Shame, Social Anxiety, and Psychosis


Researchers in England examined shame and social anxiety in a cross-sectional sample of people with and without psychosis. They found that social anxiety disorder (SAD) is “surprisingly prevalent among people with psychosis.” The authors suggest that shame cognitions “arising from a stigmatizing illness play a significant role in social anxiety in psychosis.” The article appeared in the FirstView section of Psychological Medicine on May 21, 2012.

Abstract → 

Note from Kermit Cole, “In the News” editor:
Of course this study can make no inferences about etiology or causation, being a cross-sectional study, and the question of whether the shame and/or social anxiety pre-existed social anxiety and/or psychosis is open for discussion.


Mad in America hosts blogs by a diverse group of writers. These posts are designed to serve as a public forum for a discussion—broadly speaking—of psychiatry and its treatments. The opinions expressed are the writers’ own.

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Kermit Cole
Kermit Cole, MFT, founding editor of Mad in America, works in Santa Fe, New Mexico as a couples and family therapist. Inspired by Open Dialogue, he works as part of a team and consults with couples and families that have members identified as patients. His work in residential treatment — largely with severely traumatized and/or "psychotic" clients — led to an appreciation of the power and beauty of systemic philosophy and practice, as the alternative to the prevailing focus on individual pathology. A former film-maker, he has undergraduate and master's degrees in psychology from Harvard University, as well as an MFT degree from the Council for Relationships in Philadelphia. He is a doctoral candidate with the Taos Institute and the Free University of Brussels. You can reach him at [email protected]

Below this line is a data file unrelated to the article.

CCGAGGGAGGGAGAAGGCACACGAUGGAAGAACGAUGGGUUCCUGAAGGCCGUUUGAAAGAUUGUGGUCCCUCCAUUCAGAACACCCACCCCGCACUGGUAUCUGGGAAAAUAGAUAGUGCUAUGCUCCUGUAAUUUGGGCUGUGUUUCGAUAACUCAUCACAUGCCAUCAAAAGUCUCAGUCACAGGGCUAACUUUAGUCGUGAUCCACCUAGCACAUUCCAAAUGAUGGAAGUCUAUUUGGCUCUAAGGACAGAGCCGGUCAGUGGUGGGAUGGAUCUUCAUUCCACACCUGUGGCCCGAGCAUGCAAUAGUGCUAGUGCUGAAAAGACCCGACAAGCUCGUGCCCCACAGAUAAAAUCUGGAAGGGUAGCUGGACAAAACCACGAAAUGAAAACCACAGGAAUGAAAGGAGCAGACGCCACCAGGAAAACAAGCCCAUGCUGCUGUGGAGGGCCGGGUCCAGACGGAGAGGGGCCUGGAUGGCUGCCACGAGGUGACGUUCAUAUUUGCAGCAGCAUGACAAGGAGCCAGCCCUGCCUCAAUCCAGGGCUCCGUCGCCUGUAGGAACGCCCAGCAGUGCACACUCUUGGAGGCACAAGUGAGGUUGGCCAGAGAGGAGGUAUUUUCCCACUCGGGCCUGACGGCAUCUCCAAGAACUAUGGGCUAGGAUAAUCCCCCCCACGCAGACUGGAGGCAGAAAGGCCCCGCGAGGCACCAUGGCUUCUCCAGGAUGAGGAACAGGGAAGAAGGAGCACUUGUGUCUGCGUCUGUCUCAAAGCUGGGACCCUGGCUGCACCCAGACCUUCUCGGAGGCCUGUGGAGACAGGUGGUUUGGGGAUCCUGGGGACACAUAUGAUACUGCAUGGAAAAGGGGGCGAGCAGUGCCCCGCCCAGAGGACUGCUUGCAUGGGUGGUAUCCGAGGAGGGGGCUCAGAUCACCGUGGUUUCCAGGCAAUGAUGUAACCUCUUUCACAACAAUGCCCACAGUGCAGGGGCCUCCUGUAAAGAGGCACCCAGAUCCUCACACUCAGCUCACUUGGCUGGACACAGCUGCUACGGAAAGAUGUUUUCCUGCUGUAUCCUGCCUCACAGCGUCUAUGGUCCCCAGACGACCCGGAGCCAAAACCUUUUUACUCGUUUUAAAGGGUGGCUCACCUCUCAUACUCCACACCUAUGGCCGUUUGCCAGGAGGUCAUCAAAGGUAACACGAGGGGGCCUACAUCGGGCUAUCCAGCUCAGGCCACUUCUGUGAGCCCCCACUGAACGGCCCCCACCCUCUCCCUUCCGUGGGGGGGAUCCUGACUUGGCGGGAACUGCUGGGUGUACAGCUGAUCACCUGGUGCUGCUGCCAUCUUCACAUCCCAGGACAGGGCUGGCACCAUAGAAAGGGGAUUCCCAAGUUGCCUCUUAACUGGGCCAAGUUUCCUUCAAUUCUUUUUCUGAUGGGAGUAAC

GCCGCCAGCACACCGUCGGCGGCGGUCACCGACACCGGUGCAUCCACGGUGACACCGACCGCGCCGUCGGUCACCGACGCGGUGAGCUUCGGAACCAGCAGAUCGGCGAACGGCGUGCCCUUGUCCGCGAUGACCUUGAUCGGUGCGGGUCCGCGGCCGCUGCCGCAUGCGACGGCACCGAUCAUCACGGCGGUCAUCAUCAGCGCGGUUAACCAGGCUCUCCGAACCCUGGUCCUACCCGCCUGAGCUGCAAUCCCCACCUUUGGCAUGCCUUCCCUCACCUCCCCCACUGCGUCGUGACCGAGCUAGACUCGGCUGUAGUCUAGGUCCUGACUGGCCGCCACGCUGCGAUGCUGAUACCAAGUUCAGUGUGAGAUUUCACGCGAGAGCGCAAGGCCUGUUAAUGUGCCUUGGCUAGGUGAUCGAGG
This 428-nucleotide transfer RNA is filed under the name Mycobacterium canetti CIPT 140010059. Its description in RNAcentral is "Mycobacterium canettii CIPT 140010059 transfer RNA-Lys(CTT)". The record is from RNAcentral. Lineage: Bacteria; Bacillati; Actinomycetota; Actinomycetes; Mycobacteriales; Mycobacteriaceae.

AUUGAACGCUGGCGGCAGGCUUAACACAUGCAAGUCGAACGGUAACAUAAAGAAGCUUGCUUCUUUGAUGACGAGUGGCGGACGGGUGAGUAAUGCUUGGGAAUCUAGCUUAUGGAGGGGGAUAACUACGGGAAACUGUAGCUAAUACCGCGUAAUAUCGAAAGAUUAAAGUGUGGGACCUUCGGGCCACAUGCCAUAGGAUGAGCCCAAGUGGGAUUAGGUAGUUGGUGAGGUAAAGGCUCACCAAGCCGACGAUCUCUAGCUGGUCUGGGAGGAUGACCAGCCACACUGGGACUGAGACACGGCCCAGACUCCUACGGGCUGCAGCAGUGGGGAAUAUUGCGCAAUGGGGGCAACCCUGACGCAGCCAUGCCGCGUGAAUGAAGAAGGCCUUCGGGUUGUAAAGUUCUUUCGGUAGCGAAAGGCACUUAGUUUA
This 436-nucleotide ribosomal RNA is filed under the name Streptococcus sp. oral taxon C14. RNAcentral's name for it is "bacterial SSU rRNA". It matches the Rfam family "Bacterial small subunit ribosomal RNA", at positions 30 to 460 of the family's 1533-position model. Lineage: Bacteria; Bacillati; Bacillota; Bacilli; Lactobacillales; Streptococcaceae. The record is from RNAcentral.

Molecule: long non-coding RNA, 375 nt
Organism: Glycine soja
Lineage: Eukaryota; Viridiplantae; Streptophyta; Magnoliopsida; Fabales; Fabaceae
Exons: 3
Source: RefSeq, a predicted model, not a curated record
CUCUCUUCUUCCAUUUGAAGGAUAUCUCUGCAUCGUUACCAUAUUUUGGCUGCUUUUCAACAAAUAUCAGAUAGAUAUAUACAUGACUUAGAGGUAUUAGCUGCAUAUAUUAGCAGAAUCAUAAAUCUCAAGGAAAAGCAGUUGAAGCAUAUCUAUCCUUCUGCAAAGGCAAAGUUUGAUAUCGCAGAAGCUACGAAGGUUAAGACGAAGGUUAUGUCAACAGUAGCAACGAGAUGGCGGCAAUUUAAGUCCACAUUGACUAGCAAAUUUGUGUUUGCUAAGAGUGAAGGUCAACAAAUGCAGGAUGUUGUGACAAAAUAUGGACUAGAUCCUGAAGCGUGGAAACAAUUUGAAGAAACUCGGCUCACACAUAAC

1. I think they are overlooking the role of shame in causing a, “Breakdown,” in the first place. Yes, there is stigma that makes things worse, and yes, involuntary treatment and patronising staff who don’t want to know how someone really sees the world or how they came to have the breakdown in the first place can make things a whole lot worse, but I read that shame is a prime driver of extreme states and it seems to be true in many cases.

    This kind of breakdown often comes on in early adult hood, when the person is making a transition form teenager to independent adult. they needed more support than they were getting, often due to earlier traumas that have now resulted in them not having the confidence to deal with adult life. The person then feels ashamed for not being able to deal with things, their mental state spirals down and a breakdown results (hearing voices etc). This can all be compounded by the early trauma being perceived as a shameful event.

    So I think the paper is only partly right.

    • Agree 100%, ooo. Society should feel shame for how it treats people who have experienced adverse life conditions and experiences and were not blessed with strong support systems. Its general treatment of such people and situations is inexcusable.